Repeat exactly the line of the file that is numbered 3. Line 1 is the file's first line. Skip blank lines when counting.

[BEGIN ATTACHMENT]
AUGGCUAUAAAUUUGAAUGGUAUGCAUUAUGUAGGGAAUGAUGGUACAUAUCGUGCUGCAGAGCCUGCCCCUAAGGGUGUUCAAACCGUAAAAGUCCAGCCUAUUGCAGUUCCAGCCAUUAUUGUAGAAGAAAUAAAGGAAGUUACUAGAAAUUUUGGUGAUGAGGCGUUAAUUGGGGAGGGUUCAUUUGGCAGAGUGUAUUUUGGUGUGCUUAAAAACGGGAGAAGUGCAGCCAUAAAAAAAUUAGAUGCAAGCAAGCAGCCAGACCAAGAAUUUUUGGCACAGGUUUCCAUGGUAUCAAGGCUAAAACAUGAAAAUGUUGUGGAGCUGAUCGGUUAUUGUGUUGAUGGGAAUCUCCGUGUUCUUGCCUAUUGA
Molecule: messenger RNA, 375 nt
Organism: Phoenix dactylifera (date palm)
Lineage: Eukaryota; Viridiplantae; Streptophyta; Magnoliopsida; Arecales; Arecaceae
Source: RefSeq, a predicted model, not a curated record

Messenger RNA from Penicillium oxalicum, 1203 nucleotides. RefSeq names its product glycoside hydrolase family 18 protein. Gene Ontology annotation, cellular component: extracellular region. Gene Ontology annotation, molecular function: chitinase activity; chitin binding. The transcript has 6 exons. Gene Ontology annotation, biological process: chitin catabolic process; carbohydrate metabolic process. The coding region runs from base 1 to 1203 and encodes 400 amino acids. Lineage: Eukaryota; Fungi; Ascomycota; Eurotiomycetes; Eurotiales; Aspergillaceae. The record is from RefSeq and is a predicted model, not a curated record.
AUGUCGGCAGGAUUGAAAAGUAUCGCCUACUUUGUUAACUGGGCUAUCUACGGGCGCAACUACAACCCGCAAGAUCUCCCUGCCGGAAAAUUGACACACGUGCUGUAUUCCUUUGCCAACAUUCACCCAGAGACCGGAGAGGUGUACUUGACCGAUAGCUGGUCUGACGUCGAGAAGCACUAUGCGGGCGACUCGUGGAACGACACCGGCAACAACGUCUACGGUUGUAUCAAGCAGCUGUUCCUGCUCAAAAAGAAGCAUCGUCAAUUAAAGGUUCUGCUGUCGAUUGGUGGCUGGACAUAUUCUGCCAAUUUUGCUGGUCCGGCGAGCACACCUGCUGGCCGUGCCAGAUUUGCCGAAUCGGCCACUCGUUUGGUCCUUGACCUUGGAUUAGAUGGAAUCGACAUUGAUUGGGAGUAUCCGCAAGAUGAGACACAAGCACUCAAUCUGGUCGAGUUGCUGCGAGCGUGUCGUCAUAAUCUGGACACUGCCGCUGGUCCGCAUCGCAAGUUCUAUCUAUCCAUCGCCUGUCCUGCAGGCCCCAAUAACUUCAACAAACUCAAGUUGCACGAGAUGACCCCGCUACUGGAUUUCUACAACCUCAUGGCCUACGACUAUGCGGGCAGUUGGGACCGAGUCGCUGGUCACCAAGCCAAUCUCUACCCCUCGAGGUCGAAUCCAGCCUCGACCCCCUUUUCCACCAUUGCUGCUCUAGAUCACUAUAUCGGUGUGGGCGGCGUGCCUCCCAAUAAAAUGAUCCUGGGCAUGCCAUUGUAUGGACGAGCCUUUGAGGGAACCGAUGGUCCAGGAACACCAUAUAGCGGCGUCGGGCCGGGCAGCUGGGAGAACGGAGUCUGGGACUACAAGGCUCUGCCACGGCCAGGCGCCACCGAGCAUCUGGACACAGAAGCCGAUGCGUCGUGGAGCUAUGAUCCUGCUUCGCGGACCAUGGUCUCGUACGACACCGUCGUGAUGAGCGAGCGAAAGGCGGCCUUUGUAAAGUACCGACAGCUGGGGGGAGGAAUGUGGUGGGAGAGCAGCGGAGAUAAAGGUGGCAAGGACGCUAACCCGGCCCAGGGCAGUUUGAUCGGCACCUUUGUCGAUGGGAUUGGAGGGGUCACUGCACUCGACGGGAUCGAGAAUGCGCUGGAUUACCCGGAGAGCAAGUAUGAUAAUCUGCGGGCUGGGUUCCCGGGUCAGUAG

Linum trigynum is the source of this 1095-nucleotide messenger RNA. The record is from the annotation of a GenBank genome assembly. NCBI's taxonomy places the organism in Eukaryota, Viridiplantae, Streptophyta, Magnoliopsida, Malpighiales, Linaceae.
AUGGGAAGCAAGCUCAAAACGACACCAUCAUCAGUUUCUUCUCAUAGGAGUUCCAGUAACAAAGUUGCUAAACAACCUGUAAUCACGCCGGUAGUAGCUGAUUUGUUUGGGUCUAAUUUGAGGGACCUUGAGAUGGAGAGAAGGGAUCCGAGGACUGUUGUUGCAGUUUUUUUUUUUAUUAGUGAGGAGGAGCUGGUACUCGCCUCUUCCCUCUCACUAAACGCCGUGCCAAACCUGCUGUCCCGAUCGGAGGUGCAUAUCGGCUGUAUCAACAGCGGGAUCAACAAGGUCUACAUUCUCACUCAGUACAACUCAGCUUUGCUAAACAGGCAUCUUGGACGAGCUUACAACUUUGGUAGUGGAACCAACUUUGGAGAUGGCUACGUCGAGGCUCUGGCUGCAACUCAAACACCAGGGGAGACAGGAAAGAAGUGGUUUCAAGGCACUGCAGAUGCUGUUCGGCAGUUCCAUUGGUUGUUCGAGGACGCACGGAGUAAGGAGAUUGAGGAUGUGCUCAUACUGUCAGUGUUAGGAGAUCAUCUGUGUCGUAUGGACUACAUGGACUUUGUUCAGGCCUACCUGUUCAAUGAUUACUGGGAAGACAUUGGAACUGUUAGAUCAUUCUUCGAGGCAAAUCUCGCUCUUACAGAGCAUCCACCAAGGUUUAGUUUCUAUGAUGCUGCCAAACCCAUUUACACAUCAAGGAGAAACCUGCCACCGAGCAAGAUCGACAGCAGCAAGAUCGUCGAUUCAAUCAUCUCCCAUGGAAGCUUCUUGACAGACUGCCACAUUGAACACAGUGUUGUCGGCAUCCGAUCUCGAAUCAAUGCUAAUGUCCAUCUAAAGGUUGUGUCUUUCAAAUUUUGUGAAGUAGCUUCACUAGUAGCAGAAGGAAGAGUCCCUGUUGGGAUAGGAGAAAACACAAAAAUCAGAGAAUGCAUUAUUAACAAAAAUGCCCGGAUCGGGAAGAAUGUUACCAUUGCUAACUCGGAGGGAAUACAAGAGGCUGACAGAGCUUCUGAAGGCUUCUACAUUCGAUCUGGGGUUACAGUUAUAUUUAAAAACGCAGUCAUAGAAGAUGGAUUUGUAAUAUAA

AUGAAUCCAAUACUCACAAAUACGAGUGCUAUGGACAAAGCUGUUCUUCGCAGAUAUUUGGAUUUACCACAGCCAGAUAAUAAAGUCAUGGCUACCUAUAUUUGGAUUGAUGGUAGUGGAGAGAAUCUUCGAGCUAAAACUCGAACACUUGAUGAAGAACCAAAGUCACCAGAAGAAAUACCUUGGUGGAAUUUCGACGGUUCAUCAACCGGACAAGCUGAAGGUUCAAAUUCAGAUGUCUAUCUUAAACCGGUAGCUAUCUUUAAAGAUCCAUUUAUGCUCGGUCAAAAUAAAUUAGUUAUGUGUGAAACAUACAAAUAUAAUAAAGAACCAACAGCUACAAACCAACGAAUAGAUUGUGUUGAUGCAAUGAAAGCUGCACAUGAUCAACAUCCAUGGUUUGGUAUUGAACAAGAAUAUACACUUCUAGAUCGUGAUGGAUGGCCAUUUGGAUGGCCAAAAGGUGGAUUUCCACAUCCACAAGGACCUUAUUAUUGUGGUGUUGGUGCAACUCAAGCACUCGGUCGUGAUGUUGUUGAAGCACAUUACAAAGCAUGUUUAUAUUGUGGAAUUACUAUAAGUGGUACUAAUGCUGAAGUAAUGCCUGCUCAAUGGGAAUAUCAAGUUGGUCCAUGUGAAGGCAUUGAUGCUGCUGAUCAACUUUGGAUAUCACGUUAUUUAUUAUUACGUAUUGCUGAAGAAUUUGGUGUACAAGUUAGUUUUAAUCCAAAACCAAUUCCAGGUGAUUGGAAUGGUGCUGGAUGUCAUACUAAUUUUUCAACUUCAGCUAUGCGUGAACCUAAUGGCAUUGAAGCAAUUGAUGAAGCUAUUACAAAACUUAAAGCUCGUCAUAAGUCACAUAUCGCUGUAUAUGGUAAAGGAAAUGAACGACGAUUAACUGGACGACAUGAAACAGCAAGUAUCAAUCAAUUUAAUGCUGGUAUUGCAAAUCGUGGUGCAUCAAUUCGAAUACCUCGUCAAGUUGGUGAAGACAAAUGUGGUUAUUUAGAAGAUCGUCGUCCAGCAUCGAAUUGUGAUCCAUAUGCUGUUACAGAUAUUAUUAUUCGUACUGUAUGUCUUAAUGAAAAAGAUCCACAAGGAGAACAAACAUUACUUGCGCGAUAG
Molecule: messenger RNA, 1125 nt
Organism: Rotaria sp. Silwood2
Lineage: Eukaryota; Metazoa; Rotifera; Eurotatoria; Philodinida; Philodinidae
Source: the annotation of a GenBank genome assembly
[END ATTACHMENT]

Organism: Phoenix dactylifera (date palm)